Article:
Meet the Funders Behind Crowdfunded Small Business Loans in New York City

You may already be familiar with Kiva, a global micro-lending nonprofit organization that helps entrepreneurs around the world buy goats for their farms, fishing nets for their boats; pays students' tuition fees, and provides building materials after disasters. Lending occurs through an easy-to-digest online format and funders can provide just $25 to make a loan to an individual or group in need.

Now, Kiva is bringing this spirit of giving a little closer to home with Kiva NYC. This is a New York City-focused lending effort extended to small businesses and community entrepreneurs. The perk for local business owners, especially ones who propose a social impact or who aren’t eligible for other lending options, is 0 percent interest, crowdfunded loans from donors who want to see them succeed.

"New York's small businesses are the heart of this city. They bring color and vibrancy to the neighborhoods, create quality jobs, and enrich the cultural fabric of this city," Premal Shah, president of Kiva, said in a press release. "They have the passion and the plan, but often they lack just a small amount of capital to start or expand. Through this initiative, we can all be a part of their success."

Let’s take a closer look at the funders who have already gotten behind this effort.

Surdna Foundation

Surdna has provided program support to launch Kiva Zip in an effort to help entrepreneurs be creative and develop business advisors and customers from the lending pool.

Related: A Closer Look at Surdna Foundation's Artists Engaged in Social Change Grants

MetLife Foundation

This is a big financial inclusion funder that promotes access to financial services through its grantmaking.  

Related: The MetLife Foundation’s Big Give to a "Final Frontier" in Financial Inclusion

The Moody’s Foundation

Moody’s is a long-timer supporter of Kiva and regularly contributes to community service efforts in the areas in which its employees live and work. The foundation’s support will bring capital to underserved entrepreneurs in all five boroughs. In general, this global funder supports economic development, education, civic, health & human services, and arts & culture organizations.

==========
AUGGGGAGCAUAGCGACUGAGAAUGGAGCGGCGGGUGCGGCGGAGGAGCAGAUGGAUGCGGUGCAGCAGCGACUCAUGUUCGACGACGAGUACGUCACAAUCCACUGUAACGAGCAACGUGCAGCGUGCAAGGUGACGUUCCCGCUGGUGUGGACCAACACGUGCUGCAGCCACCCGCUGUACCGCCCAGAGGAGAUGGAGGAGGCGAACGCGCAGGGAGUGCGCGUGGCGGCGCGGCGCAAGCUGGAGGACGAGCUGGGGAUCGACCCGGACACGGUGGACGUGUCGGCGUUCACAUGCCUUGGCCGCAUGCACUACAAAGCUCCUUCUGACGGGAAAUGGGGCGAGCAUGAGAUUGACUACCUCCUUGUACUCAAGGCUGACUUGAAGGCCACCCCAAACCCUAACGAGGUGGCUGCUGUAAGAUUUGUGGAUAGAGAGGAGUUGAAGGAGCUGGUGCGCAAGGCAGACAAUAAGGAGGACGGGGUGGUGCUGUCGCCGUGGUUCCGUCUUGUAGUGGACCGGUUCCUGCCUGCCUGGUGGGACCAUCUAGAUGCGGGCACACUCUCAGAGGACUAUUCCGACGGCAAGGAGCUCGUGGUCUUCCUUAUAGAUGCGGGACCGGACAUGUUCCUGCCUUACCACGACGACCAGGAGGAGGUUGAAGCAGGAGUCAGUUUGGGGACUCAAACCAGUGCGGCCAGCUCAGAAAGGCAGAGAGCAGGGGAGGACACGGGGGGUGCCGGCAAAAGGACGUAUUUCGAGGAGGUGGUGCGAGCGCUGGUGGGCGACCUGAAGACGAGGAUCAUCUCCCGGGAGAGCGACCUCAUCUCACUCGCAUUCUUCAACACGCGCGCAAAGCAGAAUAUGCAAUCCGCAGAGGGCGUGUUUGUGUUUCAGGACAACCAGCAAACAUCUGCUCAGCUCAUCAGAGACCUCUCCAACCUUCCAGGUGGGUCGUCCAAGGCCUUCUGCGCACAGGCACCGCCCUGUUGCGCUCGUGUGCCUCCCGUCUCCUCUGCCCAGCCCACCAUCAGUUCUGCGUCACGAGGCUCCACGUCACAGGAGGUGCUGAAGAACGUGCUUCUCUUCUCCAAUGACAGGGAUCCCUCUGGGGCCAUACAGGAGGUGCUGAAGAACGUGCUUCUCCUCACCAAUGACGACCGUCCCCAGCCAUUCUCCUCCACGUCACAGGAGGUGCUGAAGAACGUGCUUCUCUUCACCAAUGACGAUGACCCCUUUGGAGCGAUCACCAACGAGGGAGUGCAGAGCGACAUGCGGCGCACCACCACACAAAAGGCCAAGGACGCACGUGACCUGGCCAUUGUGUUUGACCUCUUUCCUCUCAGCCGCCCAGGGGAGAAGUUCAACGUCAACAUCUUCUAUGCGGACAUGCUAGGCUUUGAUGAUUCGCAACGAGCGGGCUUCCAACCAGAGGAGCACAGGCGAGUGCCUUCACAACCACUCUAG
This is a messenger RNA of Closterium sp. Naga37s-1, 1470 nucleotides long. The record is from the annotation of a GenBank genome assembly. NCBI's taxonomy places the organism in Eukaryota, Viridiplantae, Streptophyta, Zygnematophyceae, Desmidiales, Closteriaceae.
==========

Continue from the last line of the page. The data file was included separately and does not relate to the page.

Pershing Square Innovation Labs

This entity invests in early-stage social entrepreneurs that are addressing the root causes of poverty.

Related: Inside the Pershing Square Foundation: A “Catalytic” Funder on the Fast Track

Deutsche Bank Americas Foundation

Social finance is a big part of this bank foundation’s giving. Deutsche Bank Americas jumped at the chance to create jobs and improve neighborhoods through entrepreneurial support. In general, the bank provides loans, investments, and grants to sustain community development, promote education, and support the arts in the geographic areas in which it does business. The foundation is based in New York City, and this is where a majority of the grants area awarded.

Kiva has wanted to expand to cities across the U.S. for a while now, and Kiva Zip is the community-based platform to broaden the nonprofit’s reach in select cities. This approach taps into the crowdfunding approach to philanthropy, which is expected to continue growing through the coming years.

Related: If You're Behind the Crowd on Crowdfunding

The approach isn’t limited to big-name donors like the ones listed above, either. Anyone with an Internet connection and $25 to spare can log onto and support the entrepreneur of his choice. Every dollar put toward loans by donors on the site will be matched up to $1.1 million, thanks to these foundations.

There’s a big push right now to support your neighbors and community, often before looking at needs in faraway lands. New York City entrepreneurs on the Kiva website might just be names and faces with a few promising business plan details. But local donors can more easily connect with these people and their services, and that makes a big difference in the psychology of giving. And perhaps if these entrepreneurs’ crowdfunding plans are successful, local donors can actually become patrons at their businesses and see firsthand how their dollars were put to use.